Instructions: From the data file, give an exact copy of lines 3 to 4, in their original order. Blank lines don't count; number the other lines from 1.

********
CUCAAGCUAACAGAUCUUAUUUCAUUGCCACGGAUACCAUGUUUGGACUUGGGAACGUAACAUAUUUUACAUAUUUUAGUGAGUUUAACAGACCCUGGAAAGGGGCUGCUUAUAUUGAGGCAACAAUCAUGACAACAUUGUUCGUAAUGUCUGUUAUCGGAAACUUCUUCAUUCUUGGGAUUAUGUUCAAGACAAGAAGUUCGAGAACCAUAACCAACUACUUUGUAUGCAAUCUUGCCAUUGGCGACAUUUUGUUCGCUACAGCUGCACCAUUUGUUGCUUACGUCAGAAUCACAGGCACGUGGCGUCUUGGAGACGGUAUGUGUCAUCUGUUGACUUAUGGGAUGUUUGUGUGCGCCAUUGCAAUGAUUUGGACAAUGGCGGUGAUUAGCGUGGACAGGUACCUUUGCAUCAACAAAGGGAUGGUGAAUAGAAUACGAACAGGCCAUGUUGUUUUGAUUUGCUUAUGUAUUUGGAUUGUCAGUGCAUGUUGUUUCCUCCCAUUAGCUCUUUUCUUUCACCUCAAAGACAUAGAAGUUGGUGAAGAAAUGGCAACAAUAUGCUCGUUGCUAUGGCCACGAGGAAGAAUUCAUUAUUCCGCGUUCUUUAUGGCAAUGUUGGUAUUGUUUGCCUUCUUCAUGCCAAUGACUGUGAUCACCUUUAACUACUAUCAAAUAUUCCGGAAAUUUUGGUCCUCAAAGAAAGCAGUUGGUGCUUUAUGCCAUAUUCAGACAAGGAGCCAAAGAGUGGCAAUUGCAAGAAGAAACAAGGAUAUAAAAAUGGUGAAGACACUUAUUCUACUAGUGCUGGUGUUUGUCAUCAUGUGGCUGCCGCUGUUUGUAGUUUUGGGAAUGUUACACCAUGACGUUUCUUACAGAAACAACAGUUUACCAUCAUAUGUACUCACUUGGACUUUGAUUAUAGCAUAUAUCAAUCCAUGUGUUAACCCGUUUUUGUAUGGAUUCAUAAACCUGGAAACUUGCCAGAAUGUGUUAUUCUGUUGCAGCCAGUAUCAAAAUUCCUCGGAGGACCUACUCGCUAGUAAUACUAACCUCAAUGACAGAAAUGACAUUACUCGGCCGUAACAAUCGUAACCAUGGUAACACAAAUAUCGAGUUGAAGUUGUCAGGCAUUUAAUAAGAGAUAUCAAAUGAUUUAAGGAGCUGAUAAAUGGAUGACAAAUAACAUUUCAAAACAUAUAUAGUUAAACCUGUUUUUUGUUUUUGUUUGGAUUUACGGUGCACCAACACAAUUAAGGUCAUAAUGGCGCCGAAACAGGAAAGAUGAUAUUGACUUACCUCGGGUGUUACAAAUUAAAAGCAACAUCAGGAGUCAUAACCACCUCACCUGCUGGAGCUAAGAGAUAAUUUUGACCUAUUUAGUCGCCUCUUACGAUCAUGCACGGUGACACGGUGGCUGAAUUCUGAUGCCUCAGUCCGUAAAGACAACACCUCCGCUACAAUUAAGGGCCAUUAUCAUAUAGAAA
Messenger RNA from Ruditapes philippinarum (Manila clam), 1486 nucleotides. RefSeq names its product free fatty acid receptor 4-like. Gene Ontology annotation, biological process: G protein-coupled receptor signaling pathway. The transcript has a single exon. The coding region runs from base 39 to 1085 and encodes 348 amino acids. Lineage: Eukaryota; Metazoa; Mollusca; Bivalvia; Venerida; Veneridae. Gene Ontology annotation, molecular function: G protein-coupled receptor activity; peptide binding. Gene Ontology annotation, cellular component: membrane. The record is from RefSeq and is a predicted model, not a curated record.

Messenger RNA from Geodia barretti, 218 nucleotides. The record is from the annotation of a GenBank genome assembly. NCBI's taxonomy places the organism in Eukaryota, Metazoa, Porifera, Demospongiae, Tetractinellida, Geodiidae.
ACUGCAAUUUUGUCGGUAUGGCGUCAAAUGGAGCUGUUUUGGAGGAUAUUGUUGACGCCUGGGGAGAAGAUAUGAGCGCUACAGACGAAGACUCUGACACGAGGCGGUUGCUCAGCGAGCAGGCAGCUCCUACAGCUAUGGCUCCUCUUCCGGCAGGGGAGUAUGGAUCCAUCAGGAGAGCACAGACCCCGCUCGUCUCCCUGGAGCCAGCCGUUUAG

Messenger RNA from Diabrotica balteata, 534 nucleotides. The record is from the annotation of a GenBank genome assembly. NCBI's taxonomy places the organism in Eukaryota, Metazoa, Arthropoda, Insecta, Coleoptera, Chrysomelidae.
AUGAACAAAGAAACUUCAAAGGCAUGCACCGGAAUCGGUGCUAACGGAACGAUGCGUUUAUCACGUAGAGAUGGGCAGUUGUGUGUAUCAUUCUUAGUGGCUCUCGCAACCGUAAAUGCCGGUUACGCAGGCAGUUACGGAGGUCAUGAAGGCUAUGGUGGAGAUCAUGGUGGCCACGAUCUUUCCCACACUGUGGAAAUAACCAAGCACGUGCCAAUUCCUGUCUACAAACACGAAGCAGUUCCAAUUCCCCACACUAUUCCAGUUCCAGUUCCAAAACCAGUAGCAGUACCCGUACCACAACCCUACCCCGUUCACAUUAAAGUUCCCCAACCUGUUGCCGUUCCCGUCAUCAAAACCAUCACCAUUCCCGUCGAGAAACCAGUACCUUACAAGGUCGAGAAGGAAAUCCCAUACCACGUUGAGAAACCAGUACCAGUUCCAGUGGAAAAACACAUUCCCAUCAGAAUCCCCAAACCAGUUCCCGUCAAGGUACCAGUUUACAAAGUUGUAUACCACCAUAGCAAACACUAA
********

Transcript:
Messenger RNA from Geodia barretti, 218 nucleotides. The record is from the annotation of a GenBank genome assembly. NCBI's taxonomy places the organism in Eukaryota, Metazoa, Porifera, Demospongiae, Tetractinellida, Geodiidae.
ACUGCAAUUUUGUCGGUAUGGCGUCAAAUGGAGCUGUUUUGGAGGAUAUUGUUGACGCCUGGGGAGAAGAUAUGAGCGCUACAGACGAAGACUCUGACACGAGGCGGUUGCUCAGCGAGCAGGCAGCUCCUACAGCUAUGGCUCCUCUUCCGGCAGGGGAGUAUGGAUCCAUCAGGAGAGCACAGACCCCGCUCGUCUCCCUGGAGCCAGCCGUUUAG